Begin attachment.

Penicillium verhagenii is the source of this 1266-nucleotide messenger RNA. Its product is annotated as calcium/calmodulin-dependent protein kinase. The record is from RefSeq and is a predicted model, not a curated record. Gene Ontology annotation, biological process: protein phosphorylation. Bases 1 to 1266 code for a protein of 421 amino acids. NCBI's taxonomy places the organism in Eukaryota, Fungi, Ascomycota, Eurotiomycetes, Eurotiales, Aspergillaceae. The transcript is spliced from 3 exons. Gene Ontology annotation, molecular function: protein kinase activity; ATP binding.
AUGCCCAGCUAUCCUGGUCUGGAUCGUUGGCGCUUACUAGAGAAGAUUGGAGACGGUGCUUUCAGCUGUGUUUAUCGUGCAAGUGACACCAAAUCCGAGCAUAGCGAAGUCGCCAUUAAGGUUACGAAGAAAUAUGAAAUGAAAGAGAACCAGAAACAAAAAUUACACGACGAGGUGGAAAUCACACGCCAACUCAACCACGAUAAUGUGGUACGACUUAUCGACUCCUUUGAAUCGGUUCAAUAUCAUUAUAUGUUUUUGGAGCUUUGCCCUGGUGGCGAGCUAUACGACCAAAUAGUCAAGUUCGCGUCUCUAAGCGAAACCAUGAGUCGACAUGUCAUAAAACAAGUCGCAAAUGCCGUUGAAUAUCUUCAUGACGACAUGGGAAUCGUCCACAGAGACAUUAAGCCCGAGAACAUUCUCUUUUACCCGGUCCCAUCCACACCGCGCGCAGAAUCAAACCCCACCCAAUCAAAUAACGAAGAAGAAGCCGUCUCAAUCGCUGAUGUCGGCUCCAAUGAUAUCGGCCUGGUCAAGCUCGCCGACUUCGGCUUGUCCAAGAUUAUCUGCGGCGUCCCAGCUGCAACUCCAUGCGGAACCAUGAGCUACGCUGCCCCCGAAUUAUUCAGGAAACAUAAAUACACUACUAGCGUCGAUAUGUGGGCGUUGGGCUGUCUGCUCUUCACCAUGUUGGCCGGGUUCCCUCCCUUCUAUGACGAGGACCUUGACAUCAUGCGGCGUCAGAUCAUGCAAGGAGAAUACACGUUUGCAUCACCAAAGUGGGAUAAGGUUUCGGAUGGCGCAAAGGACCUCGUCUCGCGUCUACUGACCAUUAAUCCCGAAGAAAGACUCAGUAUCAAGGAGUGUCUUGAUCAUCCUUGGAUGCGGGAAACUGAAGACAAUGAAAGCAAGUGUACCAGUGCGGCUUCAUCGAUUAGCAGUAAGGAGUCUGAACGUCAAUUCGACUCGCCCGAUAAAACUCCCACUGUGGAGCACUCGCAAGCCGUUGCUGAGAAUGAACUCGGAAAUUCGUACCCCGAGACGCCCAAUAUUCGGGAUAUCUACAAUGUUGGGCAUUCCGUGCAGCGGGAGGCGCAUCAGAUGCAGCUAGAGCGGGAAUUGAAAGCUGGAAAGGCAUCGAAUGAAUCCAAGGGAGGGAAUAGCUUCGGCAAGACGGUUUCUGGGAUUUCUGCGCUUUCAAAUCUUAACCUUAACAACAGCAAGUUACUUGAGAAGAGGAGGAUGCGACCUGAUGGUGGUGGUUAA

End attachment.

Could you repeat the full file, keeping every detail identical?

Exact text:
Penicillium verhagenii is the source of this 1266-nucleotide messenger RNA. Its product is annotated as calcium/calmodulin-dependent protein kinase. The record is from RefSeq and is a predicted model, not a curated record. Gene Ontology annotation, biological process: protein phosphorylation. Bases 1 to 1266 code for a protein of 421 amino acids. NCBI's taxonomy places the organism in Eukaryota, Fungi, Ascomycota, Eurotiomycetes, Eurotiales, Aspergillaceae. The transcript is spliced from 3 exons. Gene Ontology annotation, molecular function: protein kinase activity; ATP binding.
AUGCCCAGCUAUCCUGGUCUGGAUCGUUGGCGCUUACUAGAGAAGAUUGGAGACGGUGCUUUCAGCUGUGUUUAUCGUGCAAGUGACACCAAAUCCGAGCAUAGCGAAGUCGCCAUUAAGGUUACGAAGAAAUAUGAAAUGAAAGAGAACCAGAAACAAAAAUUACACGACGAGGUGGAAAUCACACGCCAACUCAACCACGAUAAUGUGGUACGACUUAUCGACUCCUUUGAAUCGGUUCAAUAUCAUUAUAUGUUUUUGGAGCUUUGCCCUGGUGGCGAGCUAUACGACCAAAUAGUCAAGUUCGCGUCUCUAAGCGAAACCAUGAGUCGACAUGUCAUAAAACAAGUCGCAAAUGCCGUUGAAUAUCUUCAUGACGACAUGGGAAUCGUCCACAGAGACAUUAAGCCCGAGAACAUUCUCUUUUACCCGGUCCCAUCCACACCGCGCGCAGAAUCAAACCCCACCCAAUCAAAUAACGAAGAAGAAGCCGUCUCAAUCGCUGAUGUCGGCUCCAAUGAUAUCGGCCUGGUCAAGCUCGCCGACUUCGGCUUGUCCAAGAUUAUCUGCGGCGUCCCAGCUGCAACUCCAUGCGGAACCAUGAGCUACGCUGCCCCCGAAUUAUUCAGGAAACAUAAAUACACUACUAGCGUCGAUAUGUGGGCGUUGGGCUGUCUGCUCUUCACCAUGUUGGCCGGGUUCCCUCCCUUCUAUGACGAGGACCUUGACAUCAUGCGGCGUCAGAUCAUGCAAGGAGAAUACACGUUUGCAUCACCAAAGUGGGAUAAGGUUUCGGAUGGCGCAAAGGACCUCGUCUCGCGUCUACUGACCAUUAAUCCCGAAGAAAGACUCAGUAUCAAGGAGUGUCUUGAUCAUCCUUGGAUGCGGGAAACUGAAGACAAUGAAAGCAAGUGUACCAGUGCGGCUUCAUCGAUUAGCAGUAAGGAGUCUGAACGUCAAUUCGACUCGCCCGAUAAAACUCCCACUGUGGAGCACUCGCAAGCCGUUGCUGAGAAUGAACUCGGAAAUUCGUACCCCGAGACGCCCAAUAUUCGGGAUAUCUACAAUGUUGGGCAUUCCGUGCAGCGGGAGGCGCAUCAGAUGCAGCUAGAGCGGGAAUUGAAAGCUGGAAAGGCAUCGAAUGAAUCCAAGGGAGGGAAUAGCUUCGGCAAGACGGUUUCUGGGAUUUCUGCGCUUUCAAAUCUUAACCUUAACAACAGCAAGUUACUUGAGAAGAGGAGGAUGCGACCUGAUGGUGGUGGUUAA